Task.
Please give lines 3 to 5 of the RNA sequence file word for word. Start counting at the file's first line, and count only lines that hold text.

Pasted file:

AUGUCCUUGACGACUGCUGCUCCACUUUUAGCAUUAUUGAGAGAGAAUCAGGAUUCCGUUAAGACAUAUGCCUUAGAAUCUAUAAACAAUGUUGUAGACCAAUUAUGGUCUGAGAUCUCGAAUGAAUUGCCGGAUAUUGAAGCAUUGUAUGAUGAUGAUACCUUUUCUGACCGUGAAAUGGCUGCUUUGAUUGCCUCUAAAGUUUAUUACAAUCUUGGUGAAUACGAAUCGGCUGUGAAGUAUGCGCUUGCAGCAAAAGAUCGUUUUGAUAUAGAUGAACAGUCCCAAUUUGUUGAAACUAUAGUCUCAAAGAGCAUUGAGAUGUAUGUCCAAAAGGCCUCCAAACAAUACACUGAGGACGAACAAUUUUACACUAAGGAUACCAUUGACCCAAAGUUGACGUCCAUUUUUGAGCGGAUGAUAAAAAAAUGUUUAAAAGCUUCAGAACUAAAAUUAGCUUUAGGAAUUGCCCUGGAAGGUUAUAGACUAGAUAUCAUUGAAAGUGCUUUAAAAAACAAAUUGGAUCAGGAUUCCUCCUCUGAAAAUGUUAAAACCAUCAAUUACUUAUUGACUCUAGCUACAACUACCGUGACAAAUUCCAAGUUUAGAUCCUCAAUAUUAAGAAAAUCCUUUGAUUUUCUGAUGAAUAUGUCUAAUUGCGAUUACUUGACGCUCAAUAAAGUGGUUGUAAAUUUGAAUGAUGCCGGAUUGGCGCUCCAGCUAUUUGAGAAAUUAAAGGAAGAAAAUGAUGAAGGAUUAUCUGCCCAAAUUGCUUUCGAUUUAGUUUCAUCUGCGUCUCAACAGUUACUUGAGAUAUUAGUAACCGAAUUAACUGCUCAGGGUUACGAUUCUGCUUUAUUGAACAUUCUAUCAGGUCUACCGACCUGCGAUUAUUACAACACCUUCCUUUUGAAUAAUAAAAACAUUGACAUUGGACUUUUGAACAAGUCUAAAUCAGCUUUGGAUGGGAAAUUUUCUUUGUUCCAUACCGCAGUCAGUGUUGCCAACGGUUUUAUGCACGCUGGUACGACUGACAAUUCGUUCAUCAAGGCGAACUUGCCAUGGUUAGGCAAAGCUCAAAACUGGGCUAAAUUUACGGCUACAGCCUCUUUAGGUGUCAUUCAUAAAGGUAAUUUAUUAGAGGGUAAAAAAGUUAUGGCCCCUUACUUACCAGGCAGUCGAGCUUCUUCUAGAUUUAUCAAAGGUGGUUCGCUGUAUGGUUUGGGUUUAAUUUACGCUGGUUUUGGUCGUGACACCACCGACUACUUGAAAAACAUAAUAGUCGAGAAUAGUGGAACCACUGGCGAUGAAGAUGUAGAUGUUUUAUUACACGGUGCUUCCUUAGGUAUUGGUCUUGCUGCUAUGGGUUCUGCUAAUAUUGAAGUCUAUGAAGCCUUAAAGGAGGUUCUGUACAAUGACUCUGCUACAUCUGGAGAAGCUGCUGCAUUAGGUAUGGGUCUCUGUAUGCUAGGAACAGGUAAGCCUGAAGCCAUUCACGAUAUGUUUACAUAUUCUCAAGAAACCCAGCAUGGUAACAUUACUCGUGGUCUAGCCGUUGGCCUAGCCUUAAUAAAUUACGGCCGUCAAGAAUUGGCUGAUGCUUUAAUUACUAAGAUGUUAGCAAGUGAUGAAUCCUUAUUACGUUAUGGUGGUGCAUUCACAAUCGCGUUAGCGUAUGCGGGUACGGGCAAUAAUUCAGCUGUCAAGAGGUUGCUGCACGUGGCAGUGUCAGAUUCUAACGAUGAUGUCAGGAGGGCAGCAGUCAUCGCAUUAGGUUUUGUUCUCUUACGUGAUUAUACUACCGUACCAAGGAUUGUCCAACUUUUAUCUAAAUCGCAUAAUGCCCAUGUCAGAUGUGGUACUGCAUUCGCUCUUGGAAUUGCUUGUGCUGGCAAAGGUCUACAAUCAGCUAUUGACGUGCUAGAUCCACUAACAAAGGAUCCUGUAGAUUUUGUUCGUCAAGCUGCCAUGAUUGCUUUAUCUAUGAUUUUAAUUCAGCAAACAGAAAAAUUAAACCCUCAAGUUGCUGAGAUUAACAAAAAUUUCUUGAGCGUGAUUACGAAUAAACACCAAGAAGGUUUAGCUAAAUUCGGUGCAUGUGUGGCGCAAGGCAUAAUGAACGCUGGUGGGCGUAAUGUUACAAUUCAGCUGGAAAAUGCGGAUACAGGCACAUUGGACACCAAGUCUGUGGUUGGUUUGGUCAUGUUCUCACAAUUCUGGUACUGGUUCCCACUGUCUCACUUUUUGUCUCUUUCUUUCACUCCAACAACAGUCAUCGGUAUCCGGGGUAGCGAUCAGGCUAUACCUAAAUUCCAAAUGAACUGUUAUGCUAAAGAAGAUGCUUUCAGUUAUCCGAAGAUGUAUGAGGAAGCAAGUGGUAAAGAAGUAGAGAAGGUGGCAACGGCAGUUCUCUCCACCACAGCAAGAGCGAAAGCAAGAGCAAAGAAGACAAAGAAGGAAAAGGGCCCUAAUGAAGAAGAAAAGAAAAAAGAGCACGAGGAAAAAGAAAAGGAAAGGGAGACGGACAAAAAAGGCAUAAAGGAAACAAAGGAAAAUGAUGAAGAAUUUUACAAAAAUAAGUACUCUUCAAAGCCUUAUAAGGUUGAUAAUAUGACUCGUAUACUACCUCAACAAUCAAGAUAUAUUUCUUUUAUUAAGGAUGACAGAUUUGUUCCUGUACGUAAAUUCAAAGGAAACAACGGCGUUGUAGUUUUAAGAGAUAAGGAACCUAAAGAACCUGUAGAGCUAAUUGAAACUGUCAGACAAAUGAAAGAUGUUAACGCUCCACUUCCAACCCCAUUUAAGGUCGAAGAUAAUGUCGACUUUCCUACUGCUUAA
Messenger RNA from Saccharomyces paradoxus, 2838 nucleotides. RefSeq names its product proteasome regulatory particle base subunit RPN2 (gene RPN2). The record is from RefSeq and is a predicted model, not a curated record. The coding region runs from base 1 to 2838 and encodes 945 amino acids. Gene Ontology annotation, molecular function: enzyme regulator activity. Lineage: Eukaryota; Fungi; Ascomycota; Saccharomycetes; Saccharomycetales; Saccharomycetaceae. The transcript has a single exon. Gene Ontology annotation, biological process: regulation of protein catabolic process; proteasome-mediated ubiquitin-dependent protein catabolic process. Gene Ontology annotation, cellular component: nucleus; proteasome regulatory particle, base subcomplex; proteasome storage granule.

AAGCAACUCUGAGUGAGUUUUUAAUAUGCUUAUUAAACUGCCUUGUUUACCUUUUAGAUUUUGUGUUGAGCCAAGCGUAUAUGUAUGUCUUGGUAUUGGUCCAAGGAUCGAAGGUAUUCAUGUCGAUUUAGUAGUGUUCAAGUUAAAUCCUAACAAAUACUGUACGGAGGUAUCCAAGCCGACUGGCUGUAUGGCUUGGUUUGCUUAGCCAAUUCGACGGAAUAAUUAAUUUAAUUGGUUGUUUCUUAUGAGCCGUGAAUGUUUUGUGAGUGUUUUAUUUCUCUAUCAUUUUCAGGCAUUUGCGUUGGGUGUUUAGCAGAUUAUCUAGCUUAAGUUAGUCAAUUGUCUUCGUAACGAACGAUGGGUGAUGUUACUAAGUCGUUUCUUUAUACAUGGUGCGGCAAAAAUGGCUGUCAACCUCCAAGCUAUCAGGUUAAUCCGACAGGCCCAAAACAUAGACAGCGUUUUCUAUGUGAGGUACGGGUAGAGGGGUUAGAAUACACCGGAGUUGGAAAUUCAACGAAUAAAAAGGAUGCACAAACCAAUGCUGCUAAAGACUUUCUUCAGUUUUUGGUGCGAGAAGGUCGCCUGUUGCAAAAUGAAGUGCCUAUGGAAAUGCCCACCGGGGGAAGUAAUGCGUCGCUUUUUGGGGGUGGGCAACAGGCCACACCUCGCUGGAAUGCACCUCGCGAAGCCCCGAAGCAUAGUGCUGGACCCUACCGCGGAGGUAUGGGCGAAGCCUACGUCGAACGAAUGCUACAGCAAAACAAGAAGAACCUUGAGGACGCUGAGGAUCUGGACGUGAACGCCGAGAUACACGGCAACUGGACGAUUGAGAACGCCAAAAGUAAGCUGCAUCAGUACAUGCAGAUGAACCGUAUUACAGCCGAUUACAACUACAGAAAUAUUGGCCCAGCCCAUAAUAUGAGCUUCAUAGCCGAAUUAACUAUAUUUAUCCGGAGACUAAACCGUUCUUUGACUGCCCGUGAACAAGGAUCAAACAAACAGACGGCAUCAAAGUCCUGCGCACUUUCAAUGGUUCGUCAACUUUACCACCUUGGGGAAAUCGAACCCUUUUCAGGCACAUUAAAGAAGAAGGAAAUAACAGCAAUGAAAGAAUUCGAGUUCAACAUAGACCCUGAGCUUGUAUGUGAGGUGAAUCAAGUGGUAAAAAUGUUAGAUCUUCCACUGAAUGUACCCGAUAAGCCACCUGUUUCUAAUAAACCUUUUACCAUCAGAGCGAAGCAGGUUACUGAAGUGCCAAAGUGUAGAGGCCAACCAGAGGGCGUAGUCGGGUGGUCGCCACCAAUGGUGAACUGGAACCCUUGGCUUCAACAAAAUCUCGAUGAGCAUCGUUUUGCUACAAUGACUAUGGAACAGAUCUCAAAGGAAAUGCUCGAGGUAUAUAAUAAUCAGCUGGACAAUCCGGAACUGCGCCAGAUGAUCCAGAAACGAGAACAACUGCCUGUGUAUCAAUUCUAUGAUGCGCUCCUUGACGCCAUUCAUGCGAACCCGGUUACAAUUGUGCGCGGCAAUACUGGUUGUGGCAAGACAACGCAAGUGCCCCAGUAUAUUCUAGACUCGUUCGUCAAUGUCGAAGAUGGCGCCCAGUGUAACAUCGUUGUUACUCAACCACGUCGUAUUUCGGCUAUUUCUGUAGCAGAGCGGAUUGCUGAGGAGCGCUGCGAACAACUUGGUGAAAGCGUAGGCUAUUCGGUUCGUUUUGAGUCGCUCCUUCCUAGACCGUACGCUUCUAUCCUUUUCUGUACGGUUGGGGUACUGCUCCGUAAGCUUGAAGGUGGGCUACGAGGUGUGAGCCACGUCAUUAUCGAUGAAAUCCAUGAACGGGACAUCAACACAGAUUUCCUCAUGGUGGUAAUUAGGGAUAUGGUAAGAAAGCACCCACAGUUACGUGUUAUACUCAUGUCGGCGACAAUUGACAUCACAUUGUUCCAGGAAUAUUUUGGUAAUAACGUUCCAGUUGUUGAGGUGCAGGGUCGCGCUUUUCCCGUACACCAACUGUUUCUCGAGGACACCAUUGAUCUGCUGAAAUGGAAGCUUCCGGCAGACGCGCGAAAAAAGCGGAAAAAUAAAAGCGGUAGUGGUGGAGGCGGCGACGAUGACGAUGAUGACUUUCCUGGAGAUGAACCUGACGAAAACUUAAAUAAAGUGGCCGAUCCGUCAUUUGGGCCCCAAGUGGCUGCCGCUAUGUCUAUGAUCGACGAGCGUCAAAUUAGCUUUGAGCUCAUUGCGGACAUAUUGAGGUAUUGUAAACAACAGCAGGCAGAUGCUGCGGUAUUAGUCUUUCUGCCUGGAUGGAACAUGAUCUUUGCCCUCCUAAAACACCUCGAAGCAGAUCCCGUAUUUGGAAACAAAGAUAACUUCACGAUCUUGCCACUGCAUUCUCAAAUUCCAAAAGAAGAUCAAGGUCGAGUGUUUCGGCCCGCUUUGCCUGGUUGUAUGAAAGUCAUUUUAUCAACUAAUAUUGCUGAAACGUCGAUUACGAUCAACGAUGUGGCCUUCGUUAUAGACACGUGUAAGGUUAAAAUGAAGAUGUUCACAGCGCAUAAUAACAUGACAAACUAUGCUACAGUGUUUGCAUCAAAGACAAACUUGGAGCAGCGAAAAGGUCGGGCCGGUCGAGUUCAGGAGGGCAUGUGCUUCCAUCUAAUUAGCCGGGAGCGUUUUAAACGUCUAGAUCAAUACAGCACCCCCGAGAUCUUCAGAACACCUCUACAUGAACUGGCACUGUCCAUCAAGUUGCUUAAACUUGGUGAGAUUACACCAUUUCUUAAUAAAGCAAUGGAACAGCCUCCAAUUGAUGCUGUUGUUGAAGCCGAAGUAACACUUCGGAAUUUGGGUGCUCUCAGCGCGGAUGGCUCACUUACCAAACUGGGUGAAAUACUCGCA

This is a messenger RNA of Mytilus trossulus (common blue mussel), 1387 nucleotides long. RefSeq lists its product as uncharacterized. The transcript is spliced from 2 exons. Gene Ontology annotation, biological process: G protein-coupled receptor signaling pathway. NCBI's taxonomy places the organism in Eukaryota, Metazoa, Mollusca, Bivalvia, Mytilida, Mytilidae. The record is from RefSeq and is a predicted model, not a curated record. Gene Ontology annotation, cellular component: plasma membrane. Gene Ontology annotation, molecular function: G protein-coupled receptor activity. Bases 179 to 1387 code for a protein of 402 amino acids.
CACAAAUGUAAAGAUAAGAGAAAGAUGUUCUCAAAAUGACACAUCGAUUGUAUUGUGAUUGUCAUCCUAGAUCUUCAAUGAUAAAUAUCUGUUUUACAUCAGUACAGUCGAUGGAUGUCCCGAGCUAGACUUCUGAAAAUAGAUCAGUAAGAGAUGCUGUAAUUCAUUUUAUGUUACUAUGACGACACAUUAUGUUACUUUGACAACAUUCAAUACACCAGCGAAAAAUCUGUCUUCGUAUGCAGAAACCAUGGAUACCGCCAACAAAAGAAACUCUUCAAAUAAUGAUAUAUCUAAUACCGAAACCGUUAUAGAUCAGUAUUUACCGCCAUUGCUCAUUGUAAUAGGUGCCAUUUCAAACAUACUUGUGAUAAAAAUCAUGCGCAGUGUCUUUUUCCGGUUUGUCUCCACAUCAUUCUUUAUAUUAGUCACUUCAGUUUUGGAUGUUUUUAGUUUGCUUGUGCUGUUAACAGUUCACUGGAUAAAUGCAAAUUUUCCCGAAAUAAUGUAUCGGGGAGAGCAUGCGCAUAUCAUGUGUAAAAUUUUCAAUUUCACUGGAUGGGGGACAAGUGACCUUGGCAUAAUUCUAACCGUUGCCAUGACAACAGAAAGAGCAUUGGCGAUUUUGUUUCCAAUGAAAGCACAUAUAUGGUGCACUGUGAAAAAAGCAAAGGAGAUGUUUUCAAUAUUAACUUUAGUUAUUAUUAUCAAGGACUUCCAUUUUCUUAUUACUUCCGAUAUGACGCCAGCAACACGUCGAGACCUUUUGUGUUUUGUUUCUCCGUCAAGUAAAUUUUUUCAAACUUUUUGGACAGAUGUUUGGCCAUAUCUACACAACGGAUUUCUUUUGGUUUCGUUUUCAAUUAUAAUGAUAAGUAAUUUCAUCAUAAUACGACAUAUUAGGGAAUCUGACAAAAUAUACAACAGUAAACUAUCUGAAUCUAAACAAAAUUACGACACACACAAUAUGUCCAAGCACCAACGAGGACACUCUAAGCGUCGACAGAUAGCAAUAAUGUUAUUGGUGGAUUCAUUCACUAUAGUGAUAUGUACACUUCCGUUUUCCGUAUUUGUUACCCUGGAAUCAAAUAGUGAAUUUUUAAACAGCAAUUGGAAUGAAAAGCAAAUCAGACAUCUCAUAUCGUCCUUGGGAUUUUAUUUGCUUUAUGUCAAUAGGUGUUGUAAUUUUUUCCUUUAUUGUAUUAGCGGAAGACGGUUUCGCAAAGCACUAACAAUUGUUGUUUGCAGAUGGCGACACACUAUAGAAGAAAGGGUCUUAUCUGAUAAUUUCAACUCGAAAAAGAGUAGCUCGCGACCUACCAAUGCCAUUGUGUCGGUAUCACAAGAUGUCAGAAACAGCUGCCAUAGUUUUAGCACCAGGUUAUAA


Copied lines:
AAGCAACUCUGAGUGAGUUUUUAAUAUGCUUAUUAAACUGCCUUGUUUACCUUUUAGAUUUUGUGUUGAGCCAAGCGUAUAUGUAUGUCUUGGUAUUGGUCCAAGGAUCGAAGGUAUUCAUGUCGAUUUAGUAGUGUUCAAGUUAAAUCCUAACAAAUACUGUACGGAGGUAUCCAAGCCGACUGGCUGUAUGGCUUGGUUUGCUUAGCCAAUUCGACGGAAUAAUUAAUUUAAUUGGUUGUUUCUUAUGAGCCGUGAAUGUUUUGUGAGUGUUUUAUUUCUCUAUCAUUUUCAGGCAUUUGCGUUGGGUGUUUAGCAGAUUAUCUAGCUUAAGUUAGUCAAUUGUCUUCGUAACGAACGAUGGGUGAUGUUACUAAGUCGUUUCUUUAUACAUGGUGCGGCAAAAAUGGCUGUCAACCUCCAAGCUAUCAGGUUAAUCCGACAGGCCCAAAACAUAGACAGCGUUUUCUAUGUGAGGUACGGGUAGAGGGGUUAGAAUACACCGGAGUUGGAAAUUCAACGAAUAAAAAGGAUGCACAAACCAAUGCUGCUAAAGACUUUCUUCAGUUUUUGGUGCGAGAAGGUCGCCUGUUGCAAAAUGAAGUGCCUAUGGAAAUGCCCACCGGGGGAAGUAAUGCGUCGCUUUUUGGGGGUGGGCAACAGGCCACACCUCGCUGGAAUGCACCUCGCGAAGCCCCGAAGCAUAGUGCUGGACCCUACCGCGGAGGUAUGGGCGAAGCCUACGUCGAACGAAUGCUACAGCAAAACAAGAAGAACCUUGAGGACGCUGAGGAUCUGGACGUGAACGCCGAGAUACACGGCAACUGGACGAUUGAGAACGCCAAAAGUAAGCUGCAUCAGUACAUGCAGAUGAACCGUAUUACAGCCGAUUACAACUACAGAAAUAUUGGCCCAGCCCAUAAUAUGAGCUUCAUAGCCGAAUUAACUAUAUUUAUCCGGAGACUAAACCGUUCUUUGACUGCCCGUGAACAAGGAUCAAACAAACAGACGGCAUCAAAGUCCUGCGCACUUUCAAUGGUUCGUCAACUUUACCACCUUGGGGAAAUCGAACCCUUUUCAGGCACAUUAAAGAAGAAGGAAAUAACAGCAAUGAAAGAAUUCGAGUUCAACAUAGACCCUGAGCUUGUAUGUGAGGUGAAUCAAGUGGUAAAAAUGUUAGAUCUUCCACUGAAUGUACCCGAUAAGCCACCUGUUUCUAAUAAACCUUUUACCAUCAGAGCGAAGCAGGUUACUGAAGUGCCAAAGUGUAGAGGCCAACCAGAGGGCGUAGUCGGGUGGUCGCCACCAAUGGUGAACUGGAACCCUUGGCUUCAACAAAAUCUCGAUGAGCAUCGUUUUGCUACAAUGACUAUGGAACAGAUCUCAAAGGAAAUGCUCGAGGUAUAUAAUAAUCAGCUGGACAAUCCGGAACUGCGCCAGAUGAUCCAGAAACGAGAACAACUGCCUGUGUAUCAAUUCUAUGAUGCGCUCCUUGACGCCAUUCAUGCGAACCCGGUUACAAUUGUGCGCGGCAAUACUGGUUGUGGCAAGACAACGCAAGUGCCCCAGUAUAUUCUAGACUCGUUCGUCAAUGUCGAAGAUGGCGCCCAGUGUAACAUCGUUGUUACUCAACCACGUCGUAUUUCGGCUAUUUCUGUAGCAGAGCGGAUUGCUGAGGAGCGCUGCGAACAACUUGGUGAAAGCGUAGGCUAUUCGGUUCGUUUUGAGUCGCUCCUUCCUAGACCGUACGCUUCUAUCCUUUUCUGUACGGUUGGGGUACUGCUCCGUAAGCUUGAAGGUGGGCUACGAGGUGUGAGCCACGUCAUUAUCGAUGAAAUCCAUGAACGGGACAUCAACACAGAUUUCCUCAUGGUGGUAAUUAGGGAUAUGGUAAGAAAGCACCCACAGUUACGUGUUAUACUCAUGUCGGCGACAAUUGACAUCACAUUGUUCCAGGAAUAUUUUGGUAAUAACGUUCCAGUUGUUGAGGUGCAGGGUCGCGCUUUUCCCGUACACCAACUGUUUCUCGAGGACACCAUUGAUCUGCUGAAAUGGAAGCUUCCGGCAGACGCGCGAAAAAAGCGGAAAAAUAAAAGCGGUAGUGGUGGAGGCGGCGACGAUGACGAUGAUGACUUUCCUGGAGAUGAACCUGACGAAAACUUAAAUAAAGUGGCCGAUCCGUCAUUUGGGCCCCAAGUGGCUGCCGCUAUGUCUAUGAUCGACGAGCGUCAAAUUAGCUUUGAGCUCAUUGCGGACAUAUUGAGGUAUUGUAAACAACAGCAGGCAGAUGCUGCGGUAUUAGUCUUUCUGCCUGGAUGGAACAUGAUCUUUGCCCUCCUAAAACACCUCGAAGCAGAUCCCGUAUUUGGAAACAAAGAUAACUUCACGAUCUUGCCACUGCAUUCUCAAAUUCCAAAAGAAGAUCAAGGUCGAGUGUUUCGGCCCGCUUUGCCUGGUUGUAUGAAAGUCAUUUUAUCAACUAAUAUUGCUGAAACGUCGAUUACGAUCAACGAUGUGGCCUUCGUUAUAGACACGUGUAAGGUUAAAAUGAAGAUGUUCACAGCGCAUAAUAACAUGACAAACUAUGCUACAGUGUUUGCAUCAAAGACAAACUUGGAGCAGCGAAAAGGUCGGGCCGGUCGAGUUCAGGAGGGCAUGUGCUUCCAUCUAAUUAGCCGGGAGCGUUUUAAACGUCUAGAUCAAUACAGCACCCCCGAGAUCUUCAGAACACCUCUACAUGAACUGGCACUGUCCAUCAAGUUGCUUAAACUUGGUGAGAUUACACCAUUUCUUAAUAAAGCAAUGGAACAGCCUCCAAUUGAUGCUGUUGUUGAAGCCGAAGUAACACUUCGGAAUUUGGGUGCUCUCAGCGCGGAUGGCUCACUUACCAAACUGGGUGAAAUACUCGCA

This is a messenger RNA of Mytilus trossulus (common blue mussel), 1387 nucleotides long. RefSeq lists its product as uncharacterized. The transcript is spliced from 2 exons. Gene Ontology annotation, biological process: G protein-coupled receptor signaling pathway. NCBI's taxonomy places the organism in Eukaryota, Metazoa, Mollusca, Bivalvia, Mytilida, Mytilidae. The record is from RefSeq and is a predicted model, not a curated record. Gene Ontology annotation, cellular component: plasma membrane. Gene Ontology annotation, molecular function: G protein-coupled receptor activity. Bases 179 to 1387 code for a protein of 402 amino acids.
CACAAAUGUAAAGAUAAGAGAAAGAUGUUCUCAAAAUGACACAUCGAUUGUAUUGUGAUUGUCAUCCUAGAUCUUCAAUGAUAAAUAUCUGUUUUACAUCAGUACAGUCGAUGGAUGUCCCGAGCUAGACUUCUGAAAAUAGAUCAGUAAGAGAUGCUGUAAUUCAUUUUAUGUUACUAUGACGACACAUUAUGUUACUUUGACAACAUUCAAUACACCAGCGAAAAAUCUGUCUUCGUAUGCAGAAACCAUGGAUACCGCCAACAAAAGAAACUCUUCAAAUAAUGAUAUAUCUAAUACCGAAACCGUUAUAGAUCAGUAUUUACCGCCAUUGCUCAUUGUAAUAGGUGCCAUUUCAAACAUACUUGUGAUAAAAAUCAUGCGCAGUGUCUUUUUCCGGUUUGUCUCCACAUCAUUCUUUAUAUUAGUCACUUCAGUUUUGGAUGUUUUUAGUUUGCUUGUGCUGUUAACAGUUCACUGGAUAAAUGCAAAUUUUCCCGAAAUAAUGUAUCGGGGAGAGCAUGCGCAUAUCAUGUGUAAAAUUUUCAAUUUCACUGGAUGGGGGACAAGUGACCUUGGCAUAAUUCUAACCGUUGCCAUGACAACAGAAAGAGCAUUGGCGAUUUUGUUUCCAAUGAAAGCACAUAUAUGGUGCACUGUGAAAAAAGCAAAGGAGAUGUUUUCAAUAUUAACUUUAGUUAUUAUUAUCAAGGACUUCCAUUUUCUUAUUACUUCCGAUAUGACGCCAGCAACACGUCGAGACCUUUUGUGUUUUGUUUCUCCGUCAAGUAAAUUUUUUCAAACUUUUUGGACAGAUGUUUGGCCAUAUCUACACAACGGAUUUCUUUUGGUUUCGUUUUCAAUUAUAAUGAUAAGUAAUUUCAUCAUAAUACGACAUAUUAGGGAAUCUGACAAAAUAUACAACAGUAAACUAUCUGAAUCUAAACAAAAUUACGACACACACAAUAUGUCCAAGCACCAACGAGGACACUCUAAGCGUCGACAGAUAGCAAUAAUGUUAUUGGUGGAUUCAUUCACUAUAGUGAUAUGUACACUUCCGUUUUCCGUAUUUGUUACCCUGGAAUCAAAUAGUGAAUUUUUAAACAGCAAUUGGAAUGAAAAGCAAAUCAGACAUCUCAUAUCGUCCUUGGGAUUUUAUUUGCUUUAUGUCAAUAGGUGUUGUAAUUUUUUCCUUUAUUGUAUUAGCGGAAGACGGUUUCGCAAAGCACUAACAAUUGUUGUUUGCAGAUGGCGACACACUAUAGAAGAAAGGGUCUUAUCUGAUAAUUUCAACUCGAAAAAGAGUAGCUCGCGACCUACCAAUGCCAUUGUGUCGGUAUCACAAGAUGUCAGAAACAGCUGCCAUAGUUUUAGCACCAGGUUAUAA